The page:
08 May Lessons learned half a world away
Family Practice Resident Trains in Papua New Guinea
Traveling from South Bend, Ind., to Papua New Guinea (PNG), Isaac Hatton, MD, took 40 hours and four flights, and covered 8,500 miles to reach the tropical island just north of Australia. Despite the distance, the third-year Memorial Family Medicine resident says the journey to PNG was a little like coming home again. After all, he had lived most of his childhood in PNG, while his parents did missionary work there.
During a two-month international elective in winter 2017, Dr. Hatton worked at the Kudjip Nazarene Hospital in the highlands of PNG.
He says all the familiar sights and smells came back to him: “The lush jungle and muddy rivers. The sound of rain every night on the tin roof [during the rainy season]. The people who are so friendly and warm. The horrendous potholes on the drive from Hagen. All those bird songs in the morning that I had forgotten about.”
He also notes the primitive living conditions and insufficient medical resources.
“People live in grass huts with mud floors. They are gardeners and farmers, so they have enough food and water but not many luxuries. And we see diarrhea and infection due to poor hygiene and unclean drinking water. In Papua New Guinea, there are only five doctors for every 100,000 people, and many of those are concentrated together in bigger cities.”
Dr. Hatton says he chose Kudjip because it’s known for providing a great learning environment for residents, with preceptor support and plenty of opportunities to perform procedures. In addition, he was able to visit his brother and his brother’s family, who are missionaries in a remote area of PNG.
Originally from Northern Ireland, Dr. Hatton’s family spent a couple of decades cycling through four years in PNG then one year in Ireland, and back again. He completed high school in PNG and then came to the U.S. to attend College of the Ozarks in Missouri. His art major soon expanded to encompass the sciences, and he attended the Medical School for International Health in Israel.
Dr. Hatton was thrilled to enter the Memorial Family Medicine Residency Program, which offers great flexibility to practice international medicine.
He was doing great when I discharged him, and his mom named him Isaac after me, which was really sweet.
– Isaac Hatton, MD
International Medicine Up Close
“One valuable lesson I learned in Kudjip is that your differential diagnosis has to adapt to the place where you are,” says Dr. Hatton. “A fever in a 30-year-old male doesn’t mean the same thing there versus here. I saw a lot of things we don’t see in the States.”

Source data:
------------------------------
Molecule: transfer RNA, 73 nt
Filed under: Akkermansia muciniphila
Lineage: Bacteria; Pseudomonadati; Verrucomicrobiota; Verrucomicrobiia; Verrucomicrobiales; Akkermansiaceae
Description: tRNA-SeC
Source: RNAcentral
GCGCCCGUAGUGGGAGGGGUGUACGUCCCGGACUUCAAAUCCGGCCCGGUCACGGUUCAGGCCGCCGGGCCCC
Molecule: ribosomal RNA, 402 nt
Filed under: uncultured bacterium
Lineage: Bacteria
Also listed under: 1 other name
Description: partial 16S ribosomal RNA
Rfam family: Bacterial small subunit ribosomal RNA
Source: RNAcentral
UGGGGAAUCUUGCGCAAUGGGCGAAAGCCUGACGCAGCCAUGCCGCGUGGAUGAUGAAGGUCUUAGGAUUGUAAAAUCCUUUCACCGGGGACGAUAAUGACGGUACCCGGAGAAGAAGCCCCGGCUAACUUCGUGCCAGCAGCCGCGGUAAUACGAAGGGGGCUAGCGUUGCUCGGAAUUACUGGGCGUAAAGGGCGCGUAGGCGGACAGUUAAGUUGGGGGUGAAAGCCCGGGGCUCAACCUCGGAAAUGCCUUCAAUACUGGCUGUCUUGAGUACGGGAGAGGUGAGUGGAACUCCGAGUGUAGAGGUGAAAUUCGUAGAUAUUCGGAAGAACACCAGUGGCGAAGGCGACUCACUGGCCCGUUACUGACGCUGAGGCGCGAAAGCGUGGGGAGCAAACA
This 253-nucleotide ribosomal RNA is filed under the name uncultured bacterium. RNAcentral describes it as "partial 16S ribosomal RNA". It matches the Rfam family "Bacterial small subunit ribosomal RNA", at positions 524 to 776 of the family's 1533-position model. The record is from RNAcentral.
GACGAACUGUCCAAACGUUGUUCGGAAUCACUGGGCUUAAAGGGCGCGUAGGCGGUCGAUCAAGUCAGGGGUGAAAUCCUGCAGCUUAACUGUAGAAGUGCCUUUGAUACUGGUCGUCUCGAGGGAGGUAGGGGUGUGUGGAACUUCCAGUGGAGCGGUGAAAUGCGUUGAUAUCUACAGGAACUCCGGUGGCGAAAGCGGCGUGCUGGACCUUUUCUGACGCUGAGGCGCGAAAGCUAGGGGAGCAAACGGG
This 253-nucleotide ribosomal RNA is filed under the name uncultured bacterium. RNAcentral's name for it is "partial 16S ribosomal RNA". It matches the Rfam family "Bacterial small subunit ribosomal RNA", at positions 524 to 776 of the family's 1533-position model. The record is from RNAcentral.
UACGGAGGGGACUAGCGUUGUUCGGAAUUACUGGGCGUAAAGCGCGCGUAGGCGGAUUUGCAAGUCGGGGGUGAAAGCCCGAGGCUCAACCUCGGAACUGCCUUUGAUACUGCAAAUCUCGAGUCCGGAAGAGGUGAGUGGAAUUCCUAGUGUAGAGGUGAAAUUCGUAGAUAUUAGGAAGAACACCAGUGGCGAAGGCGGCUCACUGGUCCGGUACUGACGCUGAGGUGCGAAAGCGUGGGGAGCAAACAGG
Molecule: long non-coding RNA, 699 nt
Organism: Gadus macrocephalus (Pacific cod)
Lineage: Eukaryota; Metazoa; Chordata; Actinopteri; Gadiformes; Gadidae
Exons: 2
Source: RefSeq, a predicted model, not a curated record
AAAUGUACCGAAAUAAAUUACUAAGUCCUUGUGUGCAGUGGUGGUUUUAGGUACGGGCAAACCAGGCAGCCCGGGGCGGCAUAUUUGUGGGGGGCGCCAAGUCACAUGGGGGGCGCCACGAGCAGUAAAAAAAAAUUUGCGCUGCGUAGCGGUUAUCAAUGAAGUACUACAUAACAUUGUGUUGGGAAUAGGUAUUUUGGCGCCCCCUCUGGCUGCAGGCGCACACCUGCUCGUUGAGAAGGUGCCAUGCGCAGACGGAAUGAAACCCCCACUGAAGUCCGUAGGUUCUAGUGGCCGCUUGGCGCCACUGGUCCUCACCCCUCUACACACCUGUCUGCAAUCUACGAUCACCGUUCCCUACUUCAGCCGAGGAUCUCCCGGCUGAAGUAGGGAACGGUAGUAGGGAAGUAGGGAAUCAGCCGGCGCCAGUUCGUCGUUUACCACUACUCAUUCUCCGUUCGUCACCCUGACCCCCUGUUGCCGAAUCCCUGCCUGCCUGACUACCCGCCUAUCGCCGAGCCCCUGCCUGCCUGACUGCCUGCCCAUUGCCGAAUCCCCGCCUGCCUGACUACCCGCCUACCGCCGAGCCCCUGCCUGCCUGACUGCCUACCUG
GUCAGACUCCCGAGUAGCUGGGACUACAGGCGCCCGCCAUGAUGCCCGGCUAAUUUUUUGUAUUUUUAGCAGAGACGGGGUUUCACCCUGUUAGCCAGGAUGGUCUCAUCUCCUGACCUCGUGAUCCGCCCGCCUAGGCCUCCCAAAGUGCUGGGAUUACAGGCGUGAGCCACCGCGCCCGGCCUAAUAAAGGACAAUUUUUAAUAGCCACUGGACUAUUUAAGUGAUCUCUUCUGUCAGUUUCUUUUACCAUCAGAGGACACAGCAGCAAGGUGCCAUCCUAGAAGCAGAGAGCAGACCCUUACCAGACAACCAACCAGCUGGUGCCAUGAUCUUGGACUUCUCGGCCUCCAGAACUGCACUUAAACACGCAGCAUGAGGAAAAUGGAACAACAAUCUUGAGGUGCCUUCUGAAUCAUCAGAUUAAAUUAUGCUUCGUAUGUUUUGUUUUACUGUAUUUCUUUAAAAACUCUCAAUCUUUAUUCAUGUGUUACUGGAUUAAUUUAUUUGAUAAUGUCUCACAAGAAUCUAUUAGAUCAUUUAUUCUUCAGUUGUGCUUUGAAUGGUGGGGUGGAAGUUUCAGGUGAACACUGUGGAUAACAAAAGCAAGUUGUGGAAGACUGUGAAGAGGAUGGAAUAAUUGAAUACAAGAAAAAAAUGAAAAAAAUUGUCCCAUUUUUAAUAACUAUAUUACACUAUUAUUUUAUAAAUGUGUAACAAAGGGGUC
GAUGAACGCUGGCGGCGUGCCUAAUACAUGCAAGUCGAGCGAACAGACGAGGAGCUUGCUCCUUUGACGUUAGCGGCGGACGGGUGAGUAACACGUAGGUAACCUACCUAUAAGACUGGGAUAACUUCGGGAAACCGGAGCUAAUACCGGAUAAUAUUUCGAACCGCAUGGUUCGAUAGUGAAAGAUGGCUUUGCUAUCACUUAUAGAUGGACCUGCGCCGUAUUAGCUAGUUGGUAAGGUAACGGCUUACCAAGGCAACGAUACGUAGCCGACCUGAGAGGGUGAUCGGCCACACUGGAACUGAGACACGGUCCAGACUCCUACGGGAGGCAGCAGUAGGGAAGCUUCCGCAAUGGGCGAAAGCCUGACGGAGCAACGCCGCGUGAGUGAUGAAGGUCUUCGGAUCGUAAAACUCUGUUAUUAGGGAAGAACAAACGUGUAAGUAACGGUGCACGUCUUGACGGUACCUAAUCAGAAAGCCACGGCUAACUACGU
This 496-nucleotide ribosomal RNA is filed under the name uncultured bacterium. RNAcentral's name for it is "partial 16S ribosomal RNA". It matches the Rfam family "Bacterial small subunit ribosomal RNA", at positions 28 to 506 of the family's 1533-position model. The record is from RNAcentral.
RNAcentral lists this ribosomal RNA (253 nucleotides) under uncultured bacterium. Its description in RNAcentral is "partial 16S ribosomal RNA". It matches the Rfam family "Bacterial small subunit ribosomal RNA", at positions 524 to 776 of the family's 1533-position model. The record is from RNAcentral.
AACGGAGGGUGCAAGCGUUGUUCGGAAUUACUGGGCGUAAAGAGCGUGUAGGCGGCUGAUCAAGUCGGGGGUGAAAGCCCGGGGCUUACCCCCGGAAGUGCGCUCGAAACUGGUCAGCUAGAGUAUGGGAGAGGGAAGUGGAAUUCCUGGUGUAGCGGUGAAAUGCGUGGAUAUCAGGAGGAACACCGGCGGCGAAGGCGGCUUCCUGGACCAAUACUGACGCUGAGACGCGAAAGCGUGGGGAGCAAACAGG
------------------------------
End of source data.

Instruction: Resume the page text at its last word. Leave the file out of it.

Bush knife injuries are commonplace, he says. One night, he saw a man lying on his belly groaning in the ER with a stab wound in his back. “Next, I heard a sucking sound, and I slapped a gloved hand over his wound. He had a big hemothorax, but we got a chest tube in him just in time.”
Dr. Hatton delivered dozens of babies on his own and performed several C-sections. One birth he remembers quite vividly: A woman had been pushing for six hours before she arrived at the hospital. She delivered the baby pretty quickly, but he was completely unresponsive. Dr. Hatton and a nurse did resuscitation for about 15 minutes.
“I felt sure the baby wasn’t going to make it,” Dr. Hatton recounts, “but he started crying, and he survived. He was doing great when I discharged him, and his mom named him Isaac after me, which was really sweet.”
HIV, pleural TB and Potts disease all have a strong foothold in PNG. Patients came in with such advanced cancer that some died during their clinic visit.
“People with cancer pain are being treated with Tylenol®,” he says. “The hospital had ultrasound and X-ray but no CT or MRI. Medicines — many donated from the U.S. — could run out, so we had to adapt and figure out alternatives.”
A Future in Global Medicine
“The situation in Kudjip helps me appreciate what we have here in the States, but it also gives me the desire to serve people who don’t have the kind of access we have,” Dr. Hatton says.
When he finishes his residency training with Beacon in June, he’ll start an international fellowship in July at a mission hospital in Africa, most likely Rwanda.
“My long-term plan is to practice overseas full time,” he says. Dr. Hatton is grateful for his experience in PNG and recommends it highly to other residents and fellows. He notes, “This was a really good place for residents. It has structure and preceptors, but you get to do a lot and do what you’re comfortable with. It exposes you to a lot of things you don’t see in South Bend. It informs your perspective and helps you learn to adapt.”